The Limestone Coast of South AustraliaEdit This Page
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Location and description
The Limestone Coast is a recently adopted name for the southeast coast of South Australia from the Victoria border towards the city of Adelaide.
From the border of Victoria to the Younghusband Peninsula this coast has been settled since the 1840s and supports farming, viticulture, forestry and tourism. Towns of the coast include Bordertown, Keith, Millicent, Mount Gambier, Penola, and Naracoorte, the coastal resorts of Beachport, Kingston SE and Robe, and the wine-growing regions of Coonawarra, Padthaway, Wrattonbully and Mount Benson.
The Murray River finally meets the ocean between the Younghusband and the Sir Richard Peninsulas via a series of shallow lagoons including the Coorong, Lake Albert, Lake Alexandrina and Bool Lagoon. Meanwhile areas of upland behind the Limestone Coast include the volcanic craters of Mount Gambier.
The Mediterranean climate of this coast is cool and moist with wet winters.
There are deep limestone deposits created form the coral and other sealife. The limestone in Victoria Fossil Cave and the other Naracoorte Caves contains are Australia's biggest source of fossils and a World Heritage site.
The natural vegetation was woodland of River Red Gum and other eucalyptus trees.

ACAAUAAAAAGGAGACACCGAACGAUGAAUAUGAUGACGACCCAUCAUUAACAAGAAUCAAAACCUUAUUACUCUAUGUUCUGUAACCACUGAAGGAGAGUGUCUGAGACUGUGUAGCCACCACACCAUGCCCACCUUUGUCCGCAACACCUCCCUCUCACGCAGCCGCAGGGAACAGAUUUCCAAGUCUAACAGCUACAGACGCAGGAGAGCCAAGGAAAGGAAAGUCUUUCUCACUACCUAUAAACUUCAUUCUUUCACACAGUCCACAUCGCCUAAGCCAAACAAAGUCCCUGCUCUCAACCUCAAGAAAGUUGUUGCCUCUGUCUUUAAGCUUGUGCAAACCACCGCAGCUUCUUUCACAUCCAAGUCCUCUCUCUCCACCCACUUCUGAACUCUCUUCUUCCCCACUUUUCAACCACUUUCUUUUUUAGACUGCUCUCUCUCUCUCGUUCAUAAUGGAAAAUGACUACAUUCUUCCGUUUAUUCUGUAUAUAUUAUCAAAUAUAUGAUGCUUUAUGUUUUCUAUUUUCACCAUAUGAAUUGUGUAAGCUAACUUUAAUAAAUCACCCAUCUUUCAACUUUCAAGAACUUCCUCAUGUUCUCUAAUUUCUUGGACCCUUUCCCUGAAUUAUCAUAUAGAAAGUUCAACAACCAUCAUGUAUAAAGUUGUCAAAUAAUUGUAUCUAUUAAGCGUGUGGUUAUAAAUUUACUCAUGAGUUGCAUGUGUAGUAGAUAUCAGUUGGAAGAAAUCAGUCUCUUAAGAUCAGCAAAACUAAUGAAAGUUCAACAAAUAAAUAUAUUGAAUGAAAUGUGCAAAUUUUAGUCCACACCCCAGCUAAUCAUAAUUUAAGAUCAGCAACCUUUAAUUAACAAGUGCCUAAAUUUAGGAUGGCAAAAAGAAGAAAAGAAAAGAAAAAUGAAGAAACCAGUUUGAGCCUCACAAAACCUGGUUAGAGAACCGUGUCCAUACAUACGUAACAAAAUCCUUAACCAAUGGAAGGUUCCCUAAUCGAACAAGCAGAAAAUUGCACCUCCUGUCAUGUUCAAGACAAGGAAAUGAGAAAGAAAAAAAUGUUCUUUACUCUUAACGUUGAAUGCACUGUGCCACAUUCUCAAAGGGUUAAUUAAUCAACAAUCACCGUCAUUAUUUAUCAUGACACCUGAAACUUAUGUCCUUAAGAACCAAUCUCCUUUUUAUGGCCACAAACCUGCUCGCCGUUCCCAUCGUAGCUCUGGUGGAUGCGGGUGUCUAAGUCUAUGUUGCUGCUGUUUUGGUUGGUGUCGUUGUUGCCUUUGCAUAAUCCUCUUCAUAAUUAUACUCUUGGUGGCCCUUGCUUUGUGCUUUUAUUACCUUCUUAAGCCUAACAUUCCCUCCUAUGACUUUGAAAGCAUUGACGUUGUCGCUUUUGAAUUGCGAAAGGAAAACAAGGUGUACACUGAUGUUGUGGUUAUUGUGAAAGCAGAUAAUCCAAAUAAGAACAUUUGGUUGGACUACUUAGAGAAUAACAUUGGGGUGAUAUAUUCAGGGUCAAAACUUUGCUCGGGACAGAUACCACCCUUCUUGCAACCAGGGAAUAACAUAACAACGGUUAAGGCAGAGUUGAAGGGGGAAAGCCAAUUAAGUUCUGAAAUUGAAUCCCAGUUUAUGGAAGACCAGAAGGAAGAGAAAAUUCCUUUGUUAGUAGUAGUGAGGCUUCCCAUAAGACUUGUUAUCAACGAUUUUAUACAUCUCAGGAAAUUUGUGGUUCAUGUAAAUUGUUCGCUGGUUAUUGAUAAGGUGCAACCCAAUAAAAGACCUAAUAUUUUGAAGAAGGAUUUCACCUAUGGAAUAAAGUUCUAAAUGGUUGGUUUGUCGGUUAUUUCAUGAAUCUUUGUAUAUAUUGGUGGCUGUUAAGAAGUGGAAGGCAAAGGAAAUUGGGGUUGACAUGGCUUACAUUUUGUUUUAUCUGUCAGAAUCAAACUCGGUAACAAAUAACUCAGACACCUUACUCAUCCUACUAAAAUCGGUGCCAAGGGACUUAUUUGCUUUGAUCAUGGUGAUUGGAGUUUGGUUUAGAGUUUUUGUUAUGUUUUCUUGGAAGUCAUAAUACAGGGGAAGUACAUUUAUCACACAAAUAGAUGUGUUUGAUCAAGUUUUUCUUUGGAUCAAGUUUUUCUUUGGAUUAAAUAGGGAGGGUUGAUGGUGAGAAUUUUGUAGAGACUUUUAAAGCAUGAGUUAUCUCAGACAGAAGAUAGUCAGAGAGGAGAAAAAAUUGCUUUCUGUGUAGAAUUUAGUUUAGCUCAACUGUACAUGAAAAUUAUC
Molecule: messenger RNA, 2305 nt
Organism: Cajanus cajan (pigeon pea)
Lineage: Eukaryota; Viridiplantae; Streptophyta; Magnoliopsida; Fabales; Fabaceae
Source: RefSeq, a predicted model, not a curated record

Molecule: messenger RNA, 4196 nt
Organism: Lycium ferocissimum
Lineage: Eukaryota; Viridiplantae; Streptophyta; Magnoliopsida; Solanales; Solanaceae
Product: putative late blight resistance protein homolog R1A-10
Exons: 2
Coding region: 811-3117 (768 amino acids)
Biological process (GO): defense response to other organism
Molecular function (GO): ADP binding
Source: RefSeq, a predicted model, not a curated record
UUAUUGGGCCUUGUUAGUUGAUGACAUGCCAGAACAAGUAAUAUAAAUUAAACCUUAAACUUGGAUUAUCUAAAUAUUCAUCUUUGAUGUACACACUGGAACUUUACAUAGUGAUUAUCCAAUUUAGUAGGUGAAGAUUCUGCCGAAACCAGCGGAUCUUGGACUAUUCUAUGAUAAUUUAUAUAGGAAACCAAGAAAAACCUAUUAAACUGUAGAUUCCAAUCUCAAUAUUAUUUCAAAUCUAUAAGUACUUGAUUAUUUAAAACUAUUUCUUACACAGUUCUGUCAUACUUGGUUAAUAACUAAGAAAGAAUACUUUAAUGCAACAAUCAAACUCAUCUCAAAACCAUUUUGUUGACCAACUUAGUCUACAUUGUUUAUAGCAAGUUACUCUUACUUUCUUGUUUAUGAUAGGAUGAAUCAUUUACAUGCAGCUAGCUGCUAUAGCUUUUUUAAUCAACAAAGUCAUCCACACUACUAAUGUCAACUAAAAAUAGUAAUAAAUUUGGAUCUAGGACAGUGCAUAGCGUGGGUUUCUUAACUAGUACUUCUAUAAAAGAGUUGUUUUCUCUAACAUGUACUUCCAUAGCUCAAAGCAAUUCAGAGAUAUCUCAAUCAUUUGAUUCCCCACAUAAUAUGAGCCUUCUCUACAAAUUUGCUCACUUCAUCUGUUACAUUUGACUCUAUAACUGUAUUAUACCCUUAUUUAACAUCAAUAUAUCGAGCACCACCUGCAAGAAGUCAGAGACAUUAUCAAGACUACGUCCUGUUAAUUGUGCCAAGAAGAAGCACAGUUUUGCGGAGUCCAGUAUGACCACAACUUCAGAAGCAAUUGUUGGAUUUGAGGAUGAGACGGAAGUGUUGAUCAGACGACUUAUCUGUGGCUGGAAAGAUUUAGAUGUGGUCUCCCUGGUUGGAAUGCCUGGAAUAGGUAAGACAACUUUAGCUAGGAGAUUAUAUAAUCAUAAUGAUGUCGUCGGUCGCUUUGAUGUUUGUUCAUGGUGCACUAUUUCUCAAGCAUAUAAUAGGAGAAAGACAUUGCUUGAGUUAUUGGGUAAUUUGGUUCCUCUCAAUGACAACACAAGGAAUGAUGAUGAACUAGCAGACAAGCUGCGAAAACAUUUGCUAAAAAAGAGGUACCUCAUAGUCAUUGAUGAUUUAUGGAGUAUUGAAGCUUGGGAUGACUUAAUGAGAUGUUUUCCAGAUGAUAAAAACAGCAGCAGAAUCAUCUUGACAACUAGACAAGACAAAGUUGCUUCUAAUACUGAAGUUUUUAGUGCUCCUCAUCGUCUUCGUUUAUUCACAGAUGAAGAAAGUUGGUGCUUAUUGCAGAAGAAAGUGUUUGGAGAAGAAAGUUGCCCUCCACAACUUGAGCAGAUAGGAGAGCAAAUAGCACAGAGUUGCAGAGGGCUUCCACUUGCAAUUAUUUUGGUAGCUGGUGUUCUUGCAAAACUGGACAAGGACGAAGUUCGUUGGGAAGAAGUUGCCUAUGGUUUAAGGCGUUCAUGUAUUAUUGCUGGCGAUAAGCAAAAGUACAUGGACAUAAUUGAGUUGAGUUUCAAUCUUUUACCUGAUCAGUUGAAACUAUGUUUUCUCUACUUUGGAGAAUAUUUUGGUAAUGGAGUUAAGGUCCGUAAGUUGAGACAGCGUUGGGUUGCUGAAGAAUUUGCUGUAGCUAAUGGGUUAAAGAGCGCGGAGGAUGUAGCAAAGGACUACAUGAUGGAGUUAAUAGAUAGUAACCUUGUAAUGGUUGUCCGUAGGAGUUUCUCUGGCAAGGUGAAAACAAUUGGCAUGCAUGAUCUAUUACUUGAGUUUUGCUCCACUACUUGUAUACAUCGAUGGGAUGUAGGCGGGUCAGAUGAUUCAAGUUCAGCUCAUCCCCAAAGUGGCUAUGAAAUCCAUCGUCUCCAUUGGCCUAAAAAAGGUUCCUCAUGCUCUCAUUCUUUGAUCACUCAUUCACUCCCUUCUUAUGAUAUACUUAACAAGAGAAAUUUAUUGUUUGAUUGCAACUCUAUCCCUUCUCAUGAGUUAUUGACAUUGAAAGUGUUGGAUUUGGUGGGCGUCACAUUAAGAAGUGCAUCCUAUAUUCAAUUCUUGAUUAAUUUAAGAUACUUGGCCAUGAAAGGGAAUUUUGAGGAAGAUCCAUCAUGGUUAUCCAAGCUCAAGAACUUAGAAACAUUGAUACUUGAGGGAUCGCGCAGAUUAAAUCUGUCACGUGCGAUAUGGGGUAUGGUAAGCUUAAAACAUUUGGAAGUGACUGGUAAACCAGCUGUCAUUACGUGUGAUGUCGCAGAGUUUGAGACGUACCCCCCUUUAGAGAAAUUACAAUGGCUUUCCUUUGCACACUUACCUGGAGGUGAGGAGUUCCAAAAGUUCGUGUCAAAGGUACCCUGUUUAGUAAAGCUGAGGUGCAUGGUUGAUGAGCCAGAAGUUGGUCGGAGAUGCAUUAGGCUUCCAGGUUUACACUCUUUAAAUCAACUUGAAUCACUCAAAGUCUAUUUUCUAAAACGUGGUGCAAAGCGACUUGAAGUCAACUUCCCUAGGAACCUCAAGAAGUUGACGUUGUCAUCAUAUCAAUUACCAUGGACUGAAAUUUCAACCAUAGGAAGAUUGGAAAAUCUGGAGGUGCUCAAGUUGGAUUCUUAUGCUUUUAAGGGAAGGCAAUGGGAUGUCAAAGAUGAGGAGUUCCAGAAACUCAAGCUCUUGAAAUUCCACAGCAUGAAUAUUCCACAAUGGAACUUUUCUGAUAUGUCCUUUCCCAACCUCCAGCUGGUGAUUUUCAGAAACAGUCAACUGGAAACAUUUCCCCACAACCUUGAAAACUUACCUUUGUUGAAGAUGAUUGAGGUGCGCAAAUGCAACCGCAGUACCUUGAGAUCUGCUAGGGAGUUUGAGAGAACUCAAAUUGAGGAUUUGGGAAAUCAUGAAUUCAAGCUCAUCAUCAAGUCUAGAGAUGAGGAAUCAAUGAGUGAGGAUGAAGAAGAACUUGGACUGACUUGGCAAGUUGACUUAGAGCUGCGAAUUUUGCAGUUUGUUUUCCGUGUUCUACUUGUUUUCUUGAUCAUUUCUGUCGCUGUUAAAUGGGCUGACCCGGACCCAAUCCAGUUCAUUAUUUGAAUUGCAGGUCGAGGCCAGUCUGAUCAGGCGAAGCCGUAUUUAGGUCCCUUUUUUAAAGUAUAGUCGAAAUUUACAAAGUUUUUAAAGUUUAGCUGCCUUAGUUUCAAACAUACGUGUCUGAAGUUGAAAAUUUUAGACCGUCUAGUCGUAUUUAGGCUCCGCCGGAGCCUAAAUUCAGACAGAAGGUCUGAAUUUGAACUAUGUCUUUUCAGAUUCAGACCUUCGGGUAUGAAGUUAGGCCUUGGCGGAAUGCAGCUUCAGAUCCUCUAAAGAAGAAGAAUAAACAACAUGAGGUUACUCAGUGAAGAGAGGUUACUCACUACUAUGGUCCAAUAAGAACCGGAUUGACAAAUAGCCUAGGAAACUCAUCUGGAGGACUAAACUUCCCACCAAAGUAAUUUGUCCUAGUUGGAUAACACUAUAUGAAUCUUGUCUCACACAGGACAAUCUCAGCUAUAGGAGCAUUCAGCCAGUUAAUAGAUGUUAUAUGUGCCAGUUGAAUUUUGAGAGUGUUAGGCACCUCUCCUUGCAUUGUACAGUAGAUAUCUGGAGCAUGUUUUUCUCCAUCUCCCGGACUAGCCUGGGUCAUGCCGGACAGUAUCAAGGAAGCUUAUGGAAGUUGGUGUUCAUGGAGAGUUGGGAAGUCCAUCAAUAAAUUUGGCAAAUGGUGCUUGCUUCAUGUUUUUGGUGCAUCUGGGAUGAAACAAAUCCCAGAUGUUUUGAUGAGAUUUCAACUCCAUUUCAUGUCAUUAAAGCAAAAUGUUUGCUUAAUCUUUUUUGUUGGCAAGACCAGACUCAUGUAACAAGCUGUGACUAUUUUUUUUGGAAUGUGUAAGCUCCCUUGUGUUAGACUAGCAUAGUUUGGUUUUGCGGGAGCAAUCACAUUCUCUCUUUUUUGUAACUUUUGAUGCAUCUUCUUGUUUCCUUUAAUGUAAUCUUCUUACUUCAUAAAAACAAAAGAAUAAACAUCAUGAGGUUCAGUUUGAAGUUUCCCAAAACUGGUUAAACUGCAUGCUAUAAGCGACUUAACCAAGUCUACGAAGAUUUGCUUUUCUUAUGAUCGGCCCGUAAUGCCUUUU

Although there are few purely endemic species the coast is rich in wildlife including possums, Cercartetus pygmy possums, Petaurus Gliding possums, and other marsupials many of which do not spread further west than here. Endemic species include reptiles such as the Striped Legless Lizard (Delma impar) and invertebrates like an endemic cave cricket. The Naracoorte caves are occupied by the Common Bent-wing Bat.
The lakes and lagoons are particularly important habitats for waterbirds such as Black Swan, Grey Teal, Pacific Black Duck, and especially the critically endangered Orange-bellied Parrot (Neophema chrysogaster) which winters here along with many other birds including the Red-necked Stint (Calidris ruficollis), Sharp-tailed Sandpiper (Calidris acuminata), and Curlew sandpiper (Calidris ferruginea).
Most of the original habitat has been cleared for agriculture and only fragments remain (particularly in areas of wetland) with Coorong National Park, Messent Conservation Park, and Canunda National Park being the largest areas. Therefore most indigenous wildlife has also disappeared or been severely reduced in number with introduced species of animals an ongoing threat to that which remains.
- This page was last modified on 26 October 2010, at 19:18.
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